Here: LSU grad, Daily Reveille photographer and editor
There: Staff photographer at Ketchikan Daily News
How did you end up in Ketchikan?
After I graduated from LSU, I needed a job, and no place I had applied for over the previous six months had gotten back to me. So when I saw the opening for the Ketchikan Daily News, I figured, sure, why not? At this point, I’d take a job anywhere. I applied, and just like that: full-time employment thousands of miles away from everyone I had ever known.
What were the biggest adjustments you had to make for life in Alaska?
The geography here is obviously different from Louisiana—there are mountains and streams and hills and snow, everything a born-and-raised “flatlander” has rarely dealt with before.
There’s also the rain. Oh my god, the rain. Ketchikan is in the Tongass National Forest, one of the last remaining intact rainforests on the planet. And it rains … almost every day. Seriously. Ketchikan averages 154 inches of rain every year. Last January, Ketchikan got Seattle’s annual rainfall total (around 30 inches) in one month. It rained for 27 consecutive days in October. And all you can do is put your coat on and deal with it.
Also, people say “pee-can” and “pray-lean” here and think that’s the correct pronunciation. It’s unsettling.
What’s a typical day in your job like?
Some days, there’s not much to photograph, especially in the winter when literally half the town is closed because there aren’t any cruise ships in port. But then there are days where I take floatplane rides out to salmon hatcheries or ferry trips to native villages or walk down the street because there’s an actual bear trying to steal fish from a fisherman in the creek. It really varies that much.
What do you do on the weekends in Ketchikan?
You mean besides work? Depends. Is it sunny? Probably go on a hike or a run, come home, binge some Netflix or play video games and then go drink with my coworkers.
Is it raining? Do the same thing, because it’s always raining.
How has Alaskan winter treated you?
Ketchikan is much better off than most of the northern Alaskan communities, but we still only get six or seven hours of daylight in December. Looking out your window at a 3 p.m. sunset is not fun. Vitamin D pills or a sun lamp are a must. Because Ketchikan is so far south, and right at sea level, the winters aren’t too cold. It’ll dip below freezing a few times, but for the most part the temperature hangs around the low 40s, high 30s.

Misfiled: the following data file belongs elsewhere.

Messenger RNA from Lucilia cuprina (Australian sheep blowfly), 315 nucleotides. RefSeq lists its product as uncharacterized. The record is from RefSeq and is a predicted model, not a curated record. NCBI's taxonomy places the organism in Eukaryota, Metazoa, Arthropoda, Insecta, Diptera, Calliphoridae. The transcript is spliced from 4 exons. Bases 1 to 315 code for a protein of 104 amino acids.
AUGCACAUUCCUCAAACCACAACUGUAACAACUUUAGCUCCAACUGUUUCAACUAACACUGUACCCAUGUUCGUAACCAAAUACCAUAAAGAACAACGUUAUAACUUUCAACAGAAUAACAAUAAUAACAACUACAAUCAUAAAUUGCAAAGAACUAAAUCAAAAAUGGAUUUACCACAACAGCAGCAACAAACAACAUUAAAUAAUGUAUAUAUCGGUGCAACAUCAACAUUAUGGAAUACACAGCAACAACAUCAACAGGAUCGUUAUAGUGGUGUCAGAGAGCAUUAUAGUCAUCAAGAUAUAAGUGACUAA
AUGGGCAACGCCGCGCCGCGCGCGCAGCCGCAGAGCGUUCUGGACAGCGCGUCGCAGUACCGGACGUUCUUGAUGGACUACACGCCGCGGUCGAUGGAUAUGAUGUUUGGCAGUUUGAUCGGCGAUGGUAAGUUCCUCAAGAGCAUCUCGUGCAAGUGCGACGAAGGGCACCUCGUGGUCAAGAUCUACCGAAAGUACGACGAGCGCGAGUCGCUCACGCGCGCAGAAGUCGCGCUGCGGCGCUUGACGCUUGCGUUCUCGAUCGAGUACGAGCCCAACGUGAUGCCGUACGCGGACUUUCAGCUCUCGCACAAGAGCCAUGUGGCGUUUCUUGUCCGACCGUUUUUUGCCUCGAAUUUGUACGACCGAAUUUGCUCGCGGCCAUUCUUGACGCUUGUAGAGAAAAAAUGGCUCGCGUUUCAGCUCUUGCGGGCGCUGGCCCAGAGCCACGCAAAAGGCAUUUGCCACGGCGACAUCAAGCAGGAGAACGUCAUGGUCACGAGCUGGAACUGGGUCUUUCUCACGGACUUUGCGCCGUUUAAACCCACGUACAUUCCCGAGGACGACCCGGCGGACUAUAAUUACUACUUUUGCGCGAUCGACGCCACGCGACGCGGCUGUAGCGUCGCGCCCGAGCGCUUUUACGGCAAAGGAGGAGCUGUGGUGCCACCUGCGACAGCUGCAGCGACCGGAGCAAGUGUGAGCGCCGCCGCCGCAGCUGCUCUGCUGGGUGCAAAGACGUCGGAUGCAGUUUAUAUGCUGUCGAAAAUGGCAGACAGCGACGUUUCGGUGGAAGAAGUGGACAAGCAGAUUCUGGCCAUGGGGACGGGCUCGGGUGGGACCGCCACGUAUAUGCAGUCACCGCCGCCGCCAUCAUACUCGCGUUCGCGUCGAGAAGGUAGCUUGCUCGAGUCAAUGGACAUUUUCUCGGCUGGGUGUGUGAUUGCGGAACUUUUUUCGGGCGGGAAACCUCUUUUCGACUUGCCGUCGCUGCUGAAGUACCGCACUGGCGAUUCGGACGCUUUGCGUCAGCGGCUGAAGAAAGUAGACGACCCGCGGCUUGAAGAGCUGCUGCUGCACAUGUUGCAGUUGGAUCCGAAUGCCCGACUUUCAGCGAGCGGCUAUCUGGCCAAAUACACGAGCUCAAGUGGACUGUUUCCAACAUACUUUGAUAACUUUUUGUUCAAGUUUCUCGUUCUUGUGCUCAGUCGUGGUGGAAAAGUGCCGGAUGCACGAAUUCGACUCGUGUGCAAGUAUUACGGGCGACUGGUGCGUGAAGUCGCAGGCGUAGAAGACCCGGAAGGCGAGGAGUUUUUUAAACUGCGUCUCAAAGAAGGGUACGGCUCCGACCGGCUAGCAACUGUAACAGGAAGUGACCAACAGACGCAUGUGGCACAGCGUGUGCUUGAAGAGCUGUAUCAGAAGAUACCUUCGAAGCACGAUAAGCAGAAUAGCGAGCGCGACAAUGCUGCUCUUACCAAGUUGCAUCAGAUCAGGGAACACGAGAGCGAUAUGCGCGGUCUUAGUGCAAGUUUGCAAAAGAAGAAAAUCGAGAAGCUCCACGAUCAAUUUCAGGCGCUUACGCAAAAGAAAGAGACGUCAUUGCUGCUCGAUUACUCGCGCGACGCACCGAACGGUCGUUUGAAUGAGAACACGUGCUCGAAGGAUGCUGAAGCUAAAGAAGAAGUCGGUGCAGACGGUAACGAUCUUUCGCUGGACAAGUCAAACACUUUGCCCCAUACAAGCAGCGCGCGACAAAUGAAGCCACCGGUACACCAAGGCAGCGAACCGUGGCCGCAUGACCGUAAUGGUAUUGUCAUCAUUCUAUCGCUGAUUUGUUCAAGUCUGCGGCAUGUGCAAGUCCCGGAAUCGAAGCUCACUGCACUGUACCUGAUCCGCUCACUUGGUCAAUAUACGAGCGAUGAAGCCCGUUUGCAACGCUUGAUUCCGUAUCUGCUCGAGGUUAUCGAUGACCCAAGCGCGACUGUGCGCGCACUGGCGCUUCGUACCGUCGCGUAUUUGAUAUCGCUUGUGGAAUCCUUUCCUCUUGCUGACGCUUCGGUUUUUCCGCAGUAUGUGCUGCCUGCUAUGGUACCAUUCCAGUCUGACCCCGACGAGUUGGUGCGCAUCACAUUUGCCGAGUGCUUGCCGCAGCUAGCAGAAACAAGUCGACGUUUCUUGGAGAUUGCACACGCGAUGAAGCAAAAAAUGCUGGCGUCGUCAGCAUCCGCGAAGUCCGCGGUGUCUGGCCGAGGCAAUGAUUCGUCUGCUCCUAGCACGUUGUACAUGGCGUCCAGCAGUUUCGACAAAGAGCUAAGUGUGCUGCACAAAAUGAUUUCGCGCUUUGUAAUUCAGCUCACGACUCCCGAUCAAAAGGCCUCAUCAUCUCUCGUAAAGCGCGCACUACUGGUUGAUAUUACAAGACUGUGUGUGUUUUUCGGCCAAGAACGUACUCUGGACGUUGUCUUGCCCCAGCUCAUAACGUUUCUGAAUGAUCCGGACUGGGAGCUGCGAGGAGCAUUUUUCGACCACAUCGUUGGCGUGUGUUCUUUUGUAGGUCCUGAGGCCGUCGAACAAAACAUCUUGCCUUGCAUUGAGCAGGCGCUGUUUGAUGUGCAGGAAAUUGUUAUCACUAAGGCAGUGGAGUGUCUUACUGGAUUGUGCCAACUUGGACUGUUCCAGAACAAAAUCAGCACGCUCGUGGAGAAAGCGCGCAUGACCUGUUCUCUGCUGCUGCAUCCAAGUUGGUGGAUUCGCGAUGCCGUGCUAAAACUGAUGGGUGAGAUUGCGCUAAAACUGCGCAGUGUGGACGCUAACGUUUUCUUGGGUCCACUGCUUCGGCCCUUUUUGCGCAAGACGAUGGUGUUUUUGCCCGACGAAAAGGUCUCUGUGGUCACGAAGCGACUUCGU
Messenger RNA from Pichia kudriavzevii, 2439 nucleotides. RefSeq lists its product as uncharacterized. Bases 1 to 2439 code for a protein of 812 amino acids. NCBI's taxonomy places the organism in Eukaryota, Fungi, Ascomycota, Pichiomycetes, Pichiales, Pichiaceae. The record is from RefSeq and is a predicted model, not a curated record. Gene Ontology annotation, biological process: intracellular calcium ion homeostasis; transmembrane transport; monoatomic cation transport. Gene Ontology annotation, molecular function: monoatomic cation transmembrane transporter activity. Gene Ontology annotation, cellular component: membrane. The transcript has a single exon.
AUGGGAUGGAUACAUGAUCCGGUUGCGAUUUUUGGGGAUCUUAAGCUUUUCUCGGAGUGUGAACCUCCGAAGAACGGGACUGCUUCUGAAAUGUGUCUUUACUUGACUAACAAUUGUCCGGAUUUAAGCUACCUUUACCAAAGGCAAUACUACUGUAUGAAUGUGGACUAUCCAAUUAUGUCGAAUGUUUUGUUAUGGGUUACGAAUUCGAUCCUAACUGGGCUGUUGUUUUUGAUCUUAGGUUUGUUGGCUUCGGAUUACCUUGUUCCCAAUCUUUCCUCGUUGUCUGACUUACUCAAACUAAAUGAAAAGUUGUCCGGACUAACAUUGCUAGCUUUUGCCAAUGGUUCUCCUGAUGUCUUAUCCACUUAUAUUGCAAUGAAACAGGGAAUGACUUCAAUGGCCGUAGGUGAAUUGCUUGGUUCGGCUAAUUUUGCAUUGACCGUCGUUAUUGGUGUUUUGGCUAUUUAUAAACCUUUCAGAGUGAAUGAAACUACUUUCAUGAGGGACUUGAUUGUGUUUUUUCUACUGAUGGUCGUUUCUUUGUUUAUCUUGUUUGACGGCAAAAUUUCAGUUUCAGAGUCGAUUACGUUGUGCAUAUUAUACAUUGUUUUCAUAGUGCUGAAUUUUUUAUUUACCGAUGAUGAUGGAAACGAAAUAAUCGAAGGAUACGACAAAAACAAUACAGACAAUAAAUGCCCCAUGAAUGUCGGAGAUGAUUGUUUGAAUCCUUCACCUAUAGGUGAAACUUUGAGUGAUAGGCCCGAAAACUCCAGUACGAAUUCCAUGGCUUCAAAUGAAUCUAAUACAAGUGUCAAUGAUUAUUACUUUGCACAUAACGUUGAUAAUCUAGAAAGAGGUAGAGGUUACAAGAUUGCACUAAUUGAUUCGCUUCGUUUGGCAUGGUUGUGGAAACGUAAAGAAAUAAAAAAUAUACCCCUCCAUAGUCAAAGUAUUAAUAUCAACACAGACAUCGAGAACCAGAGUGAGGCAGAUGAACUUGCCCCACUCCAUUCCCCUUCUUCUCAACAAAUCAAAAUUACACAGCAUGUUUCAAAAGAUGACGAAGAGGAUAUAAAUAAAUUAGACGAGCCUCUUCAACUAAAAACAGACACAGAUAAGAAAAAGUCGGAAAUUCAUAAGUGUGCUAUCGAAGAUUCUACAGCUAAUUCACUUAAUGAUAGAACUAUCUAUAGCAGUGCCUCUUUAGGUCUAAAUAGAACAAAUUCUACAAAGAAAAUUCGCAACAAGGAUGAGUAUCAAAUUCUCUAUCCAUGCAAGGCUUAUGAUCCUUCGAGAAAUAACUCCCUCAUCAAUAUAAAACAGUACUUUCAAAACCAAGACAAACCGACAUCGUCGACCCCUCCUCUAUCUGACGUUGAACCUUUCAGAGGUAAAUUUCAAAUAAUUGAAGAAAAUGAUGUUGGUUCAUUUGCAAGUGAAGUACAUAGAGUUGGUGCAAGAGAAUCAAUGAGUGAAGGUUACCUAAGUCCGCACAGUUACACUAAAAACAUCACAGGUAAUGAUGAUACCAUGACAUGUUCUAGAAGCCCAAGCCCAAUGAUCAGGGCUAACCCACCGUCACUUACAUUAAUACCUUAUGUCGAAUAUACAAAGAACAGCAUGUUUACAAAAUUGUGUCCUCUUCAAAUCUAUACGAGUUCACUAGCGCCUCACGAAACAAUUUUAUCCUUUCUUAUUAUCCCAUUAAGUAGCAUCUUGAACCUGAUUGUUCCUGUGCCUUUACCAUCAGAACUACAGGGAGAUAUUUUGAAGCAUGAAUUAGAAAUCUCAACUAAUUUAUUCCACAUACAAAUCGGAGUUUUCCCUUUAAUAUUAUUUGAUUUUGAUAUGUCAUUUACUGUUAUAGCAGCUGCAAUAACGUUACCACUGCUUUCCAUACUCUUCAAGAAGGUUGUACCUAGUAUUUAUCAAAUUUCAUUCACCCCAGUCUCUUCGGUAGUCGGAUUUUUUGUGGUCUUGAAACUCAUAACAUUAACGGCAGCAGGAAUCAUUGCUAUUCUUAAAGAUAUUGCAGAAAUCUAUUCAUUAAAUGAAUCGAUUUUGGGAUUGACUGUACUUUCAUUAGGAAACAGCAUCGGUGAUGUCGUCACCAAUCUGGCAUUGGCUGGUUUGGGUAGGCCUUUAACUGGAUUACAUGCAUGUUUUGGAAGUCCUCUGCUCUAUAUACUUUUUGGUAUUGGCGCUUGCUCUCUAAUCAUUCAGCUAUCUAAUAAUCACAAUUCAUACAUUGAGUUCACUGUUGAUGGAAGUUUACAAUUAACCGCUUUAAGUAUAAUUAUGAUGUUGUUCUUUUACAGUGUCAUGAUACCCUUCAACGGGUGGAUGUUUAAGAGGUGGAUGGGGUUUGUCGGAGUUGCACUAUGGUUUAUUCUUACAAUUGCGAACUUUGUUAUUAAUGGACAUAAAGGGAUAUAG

What have been the biggest surprises about Alaskan life for you?
I’ll get the bad surprise out of the way first—it’s unbelievably expensive. Ketchikan has no farms or pastures or anything like that, so most of the food you find in the supermarket has to be shipped up by barge from Seattle. Delivery pizza in this town can be $30 for one large, one-topping pie.
But the good surprise? How friendly everyone has been to an out-of-towner like myself. Everyone is trapped in this tiny town on this huge island, and it kind of forces you to get along with each other. Ketchikan had its first murder in seven years last October. That’s impressive.
What do you miss the most about Baton Rouge?
The three F’s: friends, family and food. Look, salmon is great. It’s healthy! And it’s not possible to get it any fresher than where I live. But there are only so many ways to cook that damn pink fish, and at the end of the day, it’s still just a piece of salmon. There are oysters and shrimp here, and they’re enormous, but they just don’t taste the same as down in Louisiana. There’s no Alaskan equivalent of a catfish (cod and halibut are the whitefish of choice here, but they’re much firmer than catfish), let alone crawfish. I had to order frozen tails online last year to keep my sanity.
When you come home for a visit, what are the first few things you do?
Eat some authentic Louisiana food immediately. I don’t care if I just ate on the plane. I’m eating [Raising] Cane’s.
After that, nap. Because it takes 17 hours to get home.
BALKOM’S FIVE BEST THINGS ABOUT LIVING IN ALASKA
1. BEARS! Like … EVERYWHERE!
2. The summers are phenomenal. Remember how I said we only get seven hours of sunlight in the winter? We get 17 hours of daylight in the summer. It’s awesome.
3. The Northern Lights. They’re very rare to show up in Ketchikan—it needs to be a perfect combination of clear and dark to even see them, plus the storm has to be strong enough to reach us—but there’s nothing else I’ve ever seen like it. It’s like the night sky is dancing to space music.
4. Salmon. It’s fresh, plentiful and delicious. I know I dogged it earlier, but it’s still good.
5. Its attitude. Alaska, mostly, has a very live-and-let-live political view. It’s nice to not have most people be obsessed with changing the views of those around them to fit their own personal views. Everybody just does their own thing.